Nanoparticles could boost effectiveness and reduce side effects of allergy shots

September 23, 2015, American Chemical Society

Whether triggered by cats, bees, pollen or mites, allergies are on the rise. And the bad news doesn't stop there. The only current therapy that treats their causes is allergen-specific immunotherapy—or allergy shots—which can cause severe side effects. Now, researchers report in Biomacromolecules the development of a potentially better allergy shot that uses nanocarriers to address these unwanted issues.

For many people, allergies are a seasonal annoyance. But for others, exposure to a particular allergen can cause such as itching, or even death. Allergy shots can reduce sensitivity by slowly ramping up exposure to the offending substance. But because these shots expose the body to the very thing people are allergic to, the treatment itself can sometimes trigger reactions. In order to develop a safer, more direct, cause-based therapy, researchers have developed nanoparticles that envelop an allergen and deliver it to specific cells. But these carriers degrade too slowly, hampering the effectiveness of the treatment. Holger Frey and colleagues set out to overcome these limitations.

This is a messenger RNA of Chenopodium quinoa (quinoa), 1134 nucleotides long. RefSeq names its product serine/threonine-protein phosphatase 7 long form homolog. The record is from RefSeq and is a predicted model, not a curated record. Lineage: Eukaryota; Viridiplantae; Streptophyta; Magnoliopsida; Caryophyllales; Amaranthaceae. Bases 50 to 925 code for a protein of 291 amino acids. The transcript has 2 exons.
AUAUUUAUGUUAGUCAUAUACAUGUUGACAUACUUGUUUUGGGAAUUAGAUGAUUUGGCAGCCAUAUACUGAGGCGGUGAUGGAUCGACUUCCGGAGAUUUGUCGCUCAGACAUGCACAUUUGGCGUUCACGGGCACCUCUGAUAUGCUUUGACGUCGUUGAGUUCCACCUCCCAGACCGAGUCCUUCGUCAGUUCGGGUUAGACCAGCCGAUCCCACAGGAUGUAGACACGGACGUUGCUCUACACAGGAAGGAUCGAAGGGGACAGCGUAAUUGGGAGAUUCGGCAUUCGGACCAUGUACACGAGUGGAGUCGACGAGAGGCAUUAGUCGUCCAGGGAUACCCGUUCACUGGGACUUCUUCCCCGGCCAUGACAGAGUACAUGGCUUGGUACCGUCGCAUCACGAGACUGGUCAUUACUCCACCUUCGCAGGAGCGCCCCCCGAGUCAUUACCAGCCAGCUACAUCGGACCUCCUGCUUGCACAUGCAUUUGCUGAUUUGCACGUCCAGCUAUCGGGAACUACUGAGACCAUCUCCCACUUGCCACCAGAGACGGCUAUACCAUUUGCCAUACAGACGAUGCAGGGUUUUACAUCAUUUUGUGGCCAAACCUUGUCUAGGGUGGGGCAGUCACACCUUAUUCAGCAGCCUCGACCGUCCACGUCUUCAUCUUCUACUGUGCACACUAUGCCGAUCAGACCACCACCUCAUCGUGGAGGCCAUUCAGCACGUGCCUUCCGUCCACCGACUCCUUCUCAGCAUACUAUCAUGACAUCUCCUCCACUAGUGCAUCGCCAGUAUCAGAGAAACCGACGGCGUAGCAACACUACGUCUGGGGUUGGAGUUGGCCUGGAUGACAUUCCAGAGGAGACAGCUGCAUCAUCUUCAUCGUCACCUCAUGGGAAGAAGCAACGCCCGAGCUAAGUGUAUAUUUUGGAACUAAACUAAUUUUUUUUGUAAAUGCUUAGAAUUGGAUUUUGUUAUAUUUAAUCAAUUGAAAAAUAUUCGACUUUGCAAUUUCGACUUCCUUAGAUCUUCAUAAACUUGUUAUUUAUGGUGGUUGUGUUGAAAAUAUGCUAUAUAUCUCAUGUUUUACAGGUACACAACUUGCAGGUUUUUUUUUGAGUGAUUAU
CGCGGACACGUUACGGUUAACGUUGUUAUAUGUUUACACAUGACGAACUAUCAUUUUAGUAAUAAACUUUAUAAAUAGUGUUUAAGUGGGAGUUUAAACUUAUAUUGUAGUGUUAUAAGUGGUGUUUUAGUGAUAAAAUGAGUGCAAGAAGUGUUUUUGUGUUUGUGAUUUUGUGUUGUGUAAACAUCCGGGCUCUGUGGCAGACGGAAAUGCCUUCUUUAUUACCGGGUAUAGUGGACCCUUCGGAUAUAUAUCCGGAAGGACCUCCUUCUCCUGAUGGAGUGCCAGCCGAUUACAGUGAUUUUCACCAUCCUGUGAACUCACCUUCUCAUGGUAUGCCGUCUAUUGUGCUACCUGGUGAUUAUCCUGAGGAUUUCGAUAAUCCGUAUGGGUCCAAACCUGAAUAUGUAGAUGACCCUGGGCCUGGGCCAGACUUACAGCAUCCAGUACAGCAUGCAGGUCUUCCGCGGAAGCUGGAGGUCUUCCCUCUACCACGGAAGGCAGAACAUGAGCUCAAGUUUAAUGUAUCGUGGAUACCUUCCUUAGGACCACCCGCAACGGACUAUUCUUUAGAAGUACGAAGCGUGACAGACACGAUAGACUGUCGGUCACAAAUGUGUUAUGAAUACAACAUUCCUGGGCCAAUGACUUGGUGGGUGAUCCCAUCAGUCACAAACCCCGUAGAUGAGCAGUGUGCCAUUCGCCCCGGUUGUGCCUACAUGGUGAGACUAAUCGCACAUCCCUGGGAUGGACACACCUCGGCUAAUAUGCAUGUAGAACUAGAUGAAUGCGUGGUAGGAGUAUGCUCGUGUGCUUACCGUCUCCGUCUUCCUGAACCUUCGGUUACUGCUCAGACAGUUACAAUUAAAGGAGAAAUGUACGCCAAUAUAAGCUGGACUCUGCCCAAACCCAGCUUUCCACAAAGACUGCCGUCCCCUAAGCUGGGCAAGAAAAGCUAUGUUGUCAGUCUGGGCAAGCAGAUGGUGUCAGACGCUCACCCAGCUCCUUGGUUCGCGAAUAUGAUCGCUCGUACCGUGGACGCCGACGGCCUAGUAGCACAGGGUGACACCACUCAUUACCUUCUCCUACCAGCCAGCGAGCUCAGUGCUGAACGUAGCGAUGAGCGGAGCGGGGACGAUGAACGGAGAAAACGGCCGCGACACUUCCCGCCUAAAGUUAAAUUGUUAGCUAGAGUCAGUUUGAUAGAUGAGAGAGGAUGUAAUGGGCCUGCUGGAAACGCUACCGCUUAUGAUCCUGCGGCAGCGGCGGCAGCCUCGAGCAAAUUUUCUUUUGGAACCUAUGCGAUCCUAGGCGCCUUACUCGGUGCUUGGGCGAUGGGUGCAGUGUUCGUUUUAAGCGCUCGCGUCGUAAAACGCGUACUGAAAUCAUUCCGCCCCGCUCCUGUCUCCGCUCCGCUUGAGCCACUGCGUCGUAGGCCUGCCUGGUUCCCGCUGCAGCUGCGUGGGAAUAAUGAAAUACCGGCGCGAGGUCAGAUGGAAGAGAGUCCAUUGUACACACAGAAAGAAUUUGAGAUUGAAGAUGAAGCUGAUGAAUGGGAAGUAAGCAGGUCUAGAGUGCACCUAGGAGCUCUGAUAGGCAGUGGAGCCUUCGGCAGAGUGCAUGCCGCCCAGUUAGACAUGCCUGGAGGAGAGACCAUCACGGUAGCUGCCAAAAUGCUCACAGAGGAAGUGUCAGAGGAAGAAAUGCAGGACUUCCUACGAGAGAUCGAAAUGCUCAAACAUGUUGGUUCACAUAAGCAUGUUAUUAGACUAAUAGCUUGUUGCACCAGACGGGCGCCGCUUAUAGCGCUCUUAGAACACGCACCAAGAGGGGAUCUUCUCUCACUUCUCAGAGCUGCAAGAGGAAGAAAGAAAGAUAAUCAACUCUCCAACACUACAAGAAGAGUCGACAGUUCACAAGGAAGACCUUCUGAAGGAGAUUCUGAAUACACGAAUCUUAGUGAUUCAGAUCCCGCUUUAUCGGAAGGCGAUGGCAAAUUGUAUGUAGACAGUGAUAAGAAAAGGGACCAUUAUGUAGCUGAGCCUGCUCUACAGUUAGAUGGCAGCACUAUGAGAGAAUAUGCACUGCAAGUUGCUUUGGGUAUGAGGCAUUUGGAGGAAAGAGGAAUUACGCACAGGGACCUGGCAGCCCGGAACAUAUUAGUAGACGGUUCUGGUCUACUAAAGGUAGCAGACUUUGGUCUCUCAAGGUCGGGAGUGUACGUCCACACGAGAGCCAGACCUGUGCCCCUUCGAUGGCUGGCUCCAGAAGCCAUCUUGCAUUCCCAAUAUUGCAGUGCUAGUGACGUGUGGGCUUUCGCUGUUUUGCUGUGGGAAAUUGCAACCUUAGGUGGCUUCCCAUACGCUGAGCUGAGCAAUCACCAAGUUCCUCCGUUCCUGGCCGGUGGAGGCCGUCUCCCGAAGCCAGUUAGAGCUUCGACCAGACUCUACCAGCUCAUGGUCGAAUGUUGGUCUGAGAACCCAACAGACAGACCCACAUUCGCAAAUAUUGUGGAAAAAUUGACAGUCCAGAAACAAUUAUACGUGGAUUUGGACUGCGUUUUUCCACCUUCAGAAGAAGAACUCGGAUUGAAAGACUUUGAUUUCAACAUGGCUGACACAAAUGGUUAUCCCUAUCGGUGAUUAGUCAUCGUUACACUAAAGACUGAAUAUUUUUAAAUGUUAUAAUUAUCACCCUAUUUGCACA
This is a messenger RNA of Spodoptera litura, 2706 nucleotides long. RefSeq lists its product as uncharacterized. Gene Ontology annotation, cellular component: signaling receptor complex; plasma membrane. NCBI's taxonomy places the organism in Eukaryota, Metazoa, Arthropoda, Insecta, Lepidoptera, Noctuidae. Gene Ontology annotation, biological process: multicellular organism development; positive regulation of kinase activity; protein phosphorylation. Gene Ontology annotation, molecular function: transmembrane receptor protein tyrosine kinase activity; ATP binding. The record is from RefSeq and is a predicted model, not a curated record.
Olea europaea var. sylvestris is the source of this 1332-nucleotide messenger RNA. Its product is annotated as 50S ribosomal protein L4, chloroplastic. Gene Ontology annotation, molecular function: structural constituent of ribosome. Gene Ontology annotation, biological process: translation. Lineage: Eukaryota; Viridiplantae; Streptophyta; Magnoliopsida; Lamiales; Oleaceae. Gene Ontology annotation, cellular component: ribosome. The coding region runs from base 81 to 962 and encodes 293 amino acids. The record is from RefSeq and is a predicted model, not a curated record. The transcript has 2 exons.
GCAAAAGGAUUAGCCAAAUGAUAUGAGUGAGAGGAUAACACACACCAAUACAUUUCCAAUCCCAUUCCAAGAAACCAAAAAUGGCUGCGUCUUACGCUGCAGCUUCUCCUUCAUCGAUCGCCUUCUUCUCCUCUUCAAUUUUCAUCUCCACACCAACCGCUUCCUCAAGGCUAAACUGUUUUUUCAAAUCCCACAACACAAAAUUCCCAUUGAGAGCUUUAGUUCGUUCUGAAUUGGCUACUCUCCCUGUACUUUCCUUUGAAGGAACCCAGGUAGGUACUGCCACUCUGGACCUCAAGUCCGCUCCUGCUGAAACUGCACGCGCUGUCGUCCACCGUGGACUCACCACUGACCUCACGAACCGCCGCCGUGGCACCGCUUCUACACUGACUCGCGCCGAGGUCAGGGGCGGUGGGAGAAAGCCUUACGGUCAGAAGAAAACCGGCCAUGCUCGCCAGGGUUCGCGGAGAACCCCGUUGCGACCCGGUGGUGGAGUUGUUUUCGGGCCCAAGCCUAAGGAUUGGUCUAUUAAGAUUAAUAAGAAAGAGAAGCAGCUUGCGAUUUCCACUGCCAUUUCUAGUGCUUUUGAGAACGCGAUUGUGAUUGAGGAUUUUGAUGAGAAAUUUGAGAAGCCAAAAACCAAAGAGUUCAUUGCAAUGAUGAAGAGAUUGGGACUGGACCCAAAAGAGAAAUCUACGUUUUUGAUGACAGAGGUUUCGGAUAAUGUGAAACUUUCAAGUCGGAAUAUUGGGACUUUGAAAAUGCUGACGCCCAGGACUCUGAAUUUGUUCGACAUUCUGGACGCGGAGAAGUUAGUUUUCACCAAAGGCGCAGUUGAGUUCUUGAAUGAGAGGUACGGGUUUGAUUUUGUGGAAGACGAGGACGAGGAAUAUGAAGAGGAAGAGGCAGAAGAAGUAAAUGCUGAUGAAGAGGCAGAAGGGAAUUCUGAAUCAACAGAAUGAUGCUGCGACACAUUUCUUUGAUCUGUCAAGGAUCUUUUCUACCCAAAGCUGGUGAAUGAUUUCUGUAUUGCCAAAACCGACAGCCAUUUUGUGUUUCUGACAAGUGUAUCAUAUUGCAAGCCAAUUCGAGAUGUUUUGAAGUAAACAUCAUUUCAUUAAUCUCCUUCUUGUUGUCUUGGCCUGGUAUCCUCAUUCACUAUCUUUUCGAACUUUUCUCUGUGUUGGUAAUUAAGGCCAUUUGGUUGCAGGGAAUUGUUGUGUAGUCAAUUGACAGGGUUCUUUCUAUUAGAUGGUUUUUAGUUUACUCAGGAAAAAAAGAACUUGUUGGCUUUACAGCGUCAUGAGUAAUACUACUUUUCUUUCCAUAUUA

The researchers designed a new type of nanocarrier based on the biocompatible molecule poly(), or PEG, that releases its cargo only in targeted immune cells. The nanocarrier degrades when it encounters the acidic part of these cells, simultaneously releasing the allergen and getting rid of the packaging. The researchers say this approach also could be used for vaccines or immunotherapies for other conditions such as cancer or AIDS.

Explore further: Immunological cross-reactions may increase food allergies

More information: Biodegradable pH-Sensitive Poly(ethylene glycol) Nanocarriers for Allergen Encapsulation and Controlled Release, Biomacromolecules, Article ASAP. DOI: 10.1021/acs.biomac.5b00458

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